Norovirus 2016 outbreak update: Stomach flu affects elementary schools in Carmel Valley and San Jose

Norovirus 2016Norovirus (stomach flu) cases have been seen in some American elementary schools, including Palm Beach Gardens elementary, and in San Jose.

First, there were reported norovirus cases in Carmel Valley, California, where Sage Canyon School finally reopened after the stomach flu broke out. On May 27, the school was shut down when students and staff developed norovirus-like symptoms, including vomiting and diarrhea. Over the weekend, the school was sanitized and disinfected.


District superintendent Dr. Holly McClurg issued a statement via the school’s website stating, “We are happy to let you know that the Sage Canyon School was cleaned by a professional company and the cleaning has been completed. We are looking forward to seeing staff and students back at school on Tuesday, May 31, 2016.”

This outbreak was the fourth in the county so far. The source of the virus has yet to be determined.

Possible norovirus outbreak reported at Palm Beach Gardens elementary school

A possible norovirus outbreak has been reported at Palm Beach Gardens elementary school after a male student fell ill and was sent to the hospital. Other students went home complaining of abdominal pain, vomiting, and diarrhea.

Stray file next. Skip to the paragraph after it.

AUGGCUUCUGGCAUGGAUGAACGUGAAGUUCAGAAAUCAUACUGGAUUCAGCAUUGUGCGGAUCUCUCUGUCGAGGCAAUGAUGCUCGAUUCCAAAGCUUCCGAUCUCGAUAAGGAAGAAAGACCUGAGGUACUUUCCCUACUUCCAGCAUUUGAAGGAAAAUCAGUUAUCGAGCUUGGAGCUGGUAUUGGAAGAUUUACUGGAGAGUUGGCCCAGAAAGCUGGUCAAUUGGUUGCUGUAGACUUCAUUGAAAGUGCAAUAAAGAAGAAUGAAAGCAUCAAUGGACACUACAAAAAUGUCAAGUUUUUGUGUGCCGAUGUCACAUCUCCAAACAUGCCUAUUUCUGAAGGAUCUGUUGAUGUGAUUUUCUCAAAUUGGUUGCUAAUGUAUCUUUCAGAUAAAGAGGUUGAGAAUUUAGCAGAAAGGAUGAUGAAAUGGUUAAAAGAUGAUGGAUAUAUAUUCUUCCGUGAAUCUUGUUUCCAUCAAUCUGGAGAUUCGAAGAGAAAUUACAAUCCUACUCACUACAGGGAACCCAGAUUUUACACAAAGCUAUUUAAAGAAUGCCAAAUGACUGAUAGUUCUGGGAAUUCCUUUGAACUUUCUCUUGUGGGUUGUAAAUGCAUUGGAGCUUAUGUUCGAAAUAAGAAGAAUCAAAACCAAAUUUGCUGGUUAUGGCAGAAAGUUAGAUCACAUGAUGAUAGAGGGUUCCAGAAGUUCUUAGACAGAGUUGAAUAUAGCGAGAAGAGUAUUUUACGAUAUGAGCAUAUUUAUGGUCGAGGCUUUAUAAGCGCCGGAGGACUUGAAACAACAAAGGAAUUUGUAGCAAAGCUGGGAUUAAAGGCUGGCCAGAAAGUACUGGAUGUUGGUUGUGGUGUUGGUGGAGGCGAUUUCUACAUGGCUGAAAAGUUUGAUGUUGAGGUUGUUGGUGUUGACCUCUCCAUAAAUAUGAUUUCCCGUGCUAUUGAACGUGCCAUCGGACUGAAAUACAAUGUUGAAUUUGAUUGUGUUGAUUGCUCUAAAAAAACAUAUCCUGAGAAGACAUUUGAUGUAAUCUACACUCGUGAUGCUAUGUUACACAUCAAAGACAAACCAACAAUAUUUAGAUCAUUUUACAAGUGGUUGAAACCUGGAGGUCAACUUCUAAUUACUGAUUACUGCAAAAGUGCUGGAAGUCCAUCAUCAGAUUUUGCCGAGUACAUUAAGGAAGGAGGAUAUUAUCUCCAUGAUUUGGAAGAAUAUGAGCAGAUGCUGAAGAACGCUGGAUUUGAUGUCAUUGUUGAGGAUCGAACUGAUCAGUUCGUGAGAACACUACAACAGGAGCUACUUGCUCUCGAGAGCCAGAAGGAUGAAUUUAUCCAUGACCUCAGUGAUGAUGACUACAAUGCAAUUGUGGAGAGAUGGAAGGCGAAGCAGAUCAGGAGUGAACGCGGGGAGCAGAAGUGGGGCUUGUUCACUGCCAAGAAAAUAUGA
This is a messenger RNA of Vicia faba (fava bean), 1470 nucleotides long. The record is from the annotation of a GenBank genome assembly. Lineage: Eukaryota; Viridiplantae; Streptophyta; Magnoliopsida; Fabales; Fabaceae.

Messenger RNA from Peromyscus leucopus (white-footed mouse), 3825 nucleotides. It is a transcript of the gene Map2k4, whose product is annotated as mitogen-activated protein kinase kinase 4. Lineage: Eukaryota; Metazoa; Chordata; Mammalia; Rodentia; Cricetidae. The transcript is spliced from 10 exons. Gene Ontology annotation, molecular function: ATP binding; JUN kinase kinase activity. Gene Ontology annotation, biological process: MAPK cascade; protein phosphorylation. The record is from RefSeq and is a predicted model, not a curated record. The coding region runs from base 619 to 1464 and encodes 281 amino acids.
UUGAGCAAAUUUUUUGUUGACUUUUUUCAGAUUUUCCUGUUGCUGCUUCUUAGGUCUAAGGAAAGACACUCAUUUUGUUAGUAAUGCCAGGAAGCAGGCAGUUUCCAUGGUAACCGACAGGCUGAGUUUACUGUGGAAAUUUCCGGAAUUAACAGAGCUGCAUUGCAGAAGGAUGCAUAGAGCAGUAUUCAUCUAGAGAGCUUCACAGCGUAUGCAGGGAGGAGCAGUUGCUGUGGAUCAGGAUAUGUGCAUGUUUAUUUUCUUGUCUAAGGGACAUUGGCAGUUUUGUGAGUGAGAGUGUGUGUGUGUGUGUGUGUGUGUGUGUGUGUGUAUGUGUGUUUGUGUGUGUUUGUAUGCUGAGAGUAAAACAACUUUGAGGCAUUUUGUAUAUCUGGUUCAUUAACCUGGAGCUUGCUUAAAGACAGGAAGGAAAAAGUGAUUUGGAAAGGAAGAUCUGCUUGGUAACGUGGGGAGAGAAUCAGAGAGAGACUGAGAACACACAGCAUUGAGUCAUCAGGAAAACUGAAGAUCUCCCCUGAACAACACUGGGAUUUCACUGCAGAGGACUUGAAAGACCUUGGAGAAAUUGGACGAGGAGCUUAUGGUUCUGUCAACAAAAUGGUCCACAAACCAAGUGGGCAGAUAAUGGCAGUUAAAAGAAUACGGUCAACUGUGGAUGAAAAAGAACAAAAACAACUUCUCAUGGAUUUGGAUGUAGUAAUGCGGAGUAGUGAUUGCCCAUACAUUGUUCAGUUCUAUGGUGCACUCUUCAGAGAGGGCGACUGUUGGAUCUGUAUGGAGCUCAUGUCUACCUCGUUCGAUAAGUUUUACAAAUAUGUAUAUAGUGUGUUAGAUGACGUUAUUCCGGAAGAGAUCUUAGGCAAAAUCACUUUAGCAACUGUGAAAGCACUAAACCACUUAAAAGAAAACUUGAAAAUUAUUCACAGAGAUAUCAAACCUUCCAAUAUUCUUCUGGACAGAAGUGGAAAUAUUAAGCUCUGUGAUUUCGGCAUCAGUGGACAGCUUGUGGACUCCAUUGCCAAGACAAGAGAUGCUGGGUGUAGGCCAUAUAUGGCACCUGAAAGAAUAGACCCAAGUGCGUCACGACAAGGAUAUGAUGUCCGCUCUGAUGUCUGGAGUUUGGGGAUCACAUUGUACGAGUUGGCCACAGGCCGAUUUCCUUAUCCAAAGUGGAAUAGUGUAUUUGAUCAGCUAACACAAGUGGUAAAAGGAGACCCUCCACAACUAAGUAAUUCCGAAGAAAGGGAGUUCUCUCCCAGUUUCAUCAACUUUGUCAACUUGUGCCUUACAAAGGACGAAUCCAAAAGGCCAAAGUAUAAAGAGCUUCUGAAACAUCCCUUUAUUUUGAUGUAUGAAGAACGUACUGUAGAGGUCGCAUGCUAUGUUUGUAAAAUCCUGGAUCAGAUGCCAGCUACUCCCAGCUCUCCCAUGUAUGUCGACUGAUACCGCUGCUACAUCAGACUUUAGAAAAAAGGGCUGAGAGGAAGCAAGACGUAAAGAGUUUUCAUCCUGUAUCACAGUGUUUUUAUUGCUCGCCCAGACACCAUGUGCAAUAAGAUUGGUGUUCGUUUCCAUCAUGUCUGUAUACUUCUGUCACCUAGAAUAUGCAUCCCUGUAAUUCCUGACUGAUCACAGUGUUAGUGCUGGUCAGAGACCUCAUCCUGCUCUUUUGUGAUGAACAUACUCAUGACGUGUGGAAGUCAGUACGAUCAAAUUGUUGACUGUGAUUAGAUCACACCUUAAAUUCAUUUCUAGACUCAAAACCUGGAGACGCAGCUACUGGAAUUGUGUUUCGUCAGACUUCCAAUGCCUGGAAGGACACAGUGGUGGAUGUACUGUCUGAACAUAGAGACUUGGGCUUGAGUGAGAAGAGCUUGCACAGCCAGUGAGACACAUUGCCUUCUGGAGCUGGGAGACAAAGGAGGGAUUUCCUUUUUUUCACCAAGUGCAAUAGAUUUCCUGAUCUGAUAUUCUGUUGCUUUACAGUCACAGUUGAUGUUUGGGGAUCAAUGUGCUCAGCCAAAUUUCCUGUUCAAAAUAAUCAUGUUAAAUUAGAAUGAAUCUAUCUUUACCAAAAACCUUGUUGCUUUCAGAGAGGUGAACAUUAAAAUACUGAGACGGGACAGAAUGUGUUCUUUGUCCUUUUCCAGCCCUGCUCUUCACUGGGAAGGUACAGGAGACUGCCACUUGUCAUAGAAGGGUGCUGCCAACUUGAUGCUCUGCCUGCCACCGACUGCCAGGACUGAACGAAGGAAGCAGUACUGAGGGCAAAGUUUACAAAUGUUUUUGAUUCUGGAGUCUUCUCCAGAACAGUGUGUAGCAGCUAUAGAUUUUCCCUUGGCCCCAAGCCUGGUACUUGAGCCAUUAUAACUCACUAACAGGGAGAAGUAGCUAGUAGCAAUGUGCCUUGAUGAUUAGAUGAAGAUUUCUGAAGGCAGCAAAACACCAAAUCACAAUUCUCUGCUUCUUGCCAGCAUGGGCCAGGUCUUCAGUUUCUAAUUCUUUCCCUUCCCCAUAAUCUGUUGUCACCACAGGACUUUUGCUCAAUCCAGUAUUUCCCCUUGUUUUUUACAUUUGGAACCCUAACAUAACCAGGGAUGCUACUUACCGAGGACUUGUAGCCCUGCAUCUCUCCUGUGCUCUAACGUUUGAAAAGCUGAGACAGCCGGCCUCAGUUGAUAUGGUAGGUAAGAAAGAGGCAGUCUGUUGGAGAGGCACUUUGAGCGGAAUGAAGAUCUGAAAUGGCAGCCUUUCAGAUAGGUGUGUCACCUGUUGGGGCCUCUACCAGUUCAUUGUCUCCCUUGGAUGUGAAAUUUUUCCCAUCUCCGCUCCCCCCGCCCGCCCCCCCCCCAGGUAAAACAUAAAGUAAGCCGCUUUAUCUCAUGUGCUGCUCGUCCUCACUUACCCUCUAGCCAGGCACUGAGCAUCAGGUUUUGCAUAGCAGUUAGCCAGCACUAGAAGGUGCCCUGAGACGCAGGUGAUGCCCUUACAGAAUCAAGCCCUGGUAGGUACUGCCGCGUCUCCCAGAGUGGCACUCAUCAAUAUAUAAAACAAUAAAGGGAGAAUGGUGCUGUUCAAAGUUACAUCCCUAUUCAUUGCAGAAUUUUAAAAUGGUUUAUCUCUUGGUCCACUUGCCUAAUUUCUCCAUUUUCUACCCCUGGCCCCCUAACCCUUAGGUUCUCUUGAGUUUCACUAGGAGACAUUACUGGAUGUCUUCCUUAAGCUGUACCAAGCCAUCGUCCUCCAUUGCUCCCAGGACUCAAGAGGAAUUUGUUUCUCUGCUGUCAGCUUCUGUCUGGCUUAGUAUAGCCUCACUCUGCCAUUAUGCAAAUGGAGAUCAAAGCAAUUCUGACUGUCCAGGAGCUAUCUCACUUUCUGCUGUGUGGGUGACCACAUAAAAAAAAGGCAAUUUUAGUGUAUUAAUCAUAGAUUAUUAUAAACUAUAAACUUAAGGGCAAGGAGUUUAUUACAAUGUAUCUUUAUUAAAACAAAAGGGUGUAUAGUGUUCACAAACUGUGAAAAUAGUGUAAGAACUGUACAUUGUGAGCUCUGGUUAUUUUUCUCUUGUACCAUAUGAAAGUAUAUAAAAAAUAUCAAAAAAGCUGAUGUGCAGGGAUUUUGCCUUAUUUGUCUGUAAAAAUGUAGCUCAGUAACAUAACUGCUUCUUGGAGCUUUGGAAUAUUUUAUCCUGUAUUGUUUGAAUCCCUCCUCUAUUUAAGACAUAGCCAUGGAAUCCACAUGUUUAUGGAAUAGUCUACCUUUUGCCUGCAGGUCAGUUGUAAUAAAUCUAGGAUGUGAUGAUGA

Dozens of students have reported illness over the course of two days, and 30 students went home on a single day.

So far, an investigation is underway and a sanitation team has been called in to clean the facilities. Parents are asked to keep their children at home. Concerts at the school have been cancelled.

Norovirus outbreak warning for parents of elementary school students in San Jose

After a norovirus scare, parents are being warned to keep their children at home in San Jose. Over the course of four days, 21 students went home with gastrointestinal symptoms. Parents received telephone and email notifications advising them to keep their children at home if there is any sign of sickness. They were also reminded to ensure their children know about proper hygiene rules like washing their hands frequently and properly.


Melinda Landau, San Jose Unified School District‘s health support manager, said, “We noticed an increase here at Willow Glen Elementary of kids that had vomiting and diarrhea. Since we’ve had situations over at Horace Mann and Bachrodt, we really jumped on it immediately.”

Upcoming fieldtrips have been cancelled and playgrounds have been closed for the time being, until the source of the illness can be determined.

Norovirus can spread very quickly, especially in areas where people are close together – like a school setting. Washing hands properly, not sharing items, and ensuring meals are properly cooked and stored can help reduce the risk of norovirus.

Author Bio

Emily Lunardo studied medical sociology at York University with a strong focus on the social determinants of health and mental illness. She is a registered Zumba instructor, as well as a Canfit Pro trainer, who teaches fitness classes on a weekly basis. Emily practices healthy habits in her own life as well as helps others with their own personal health goals. Emily joined Bel Marra Health as a health writer in 2013.


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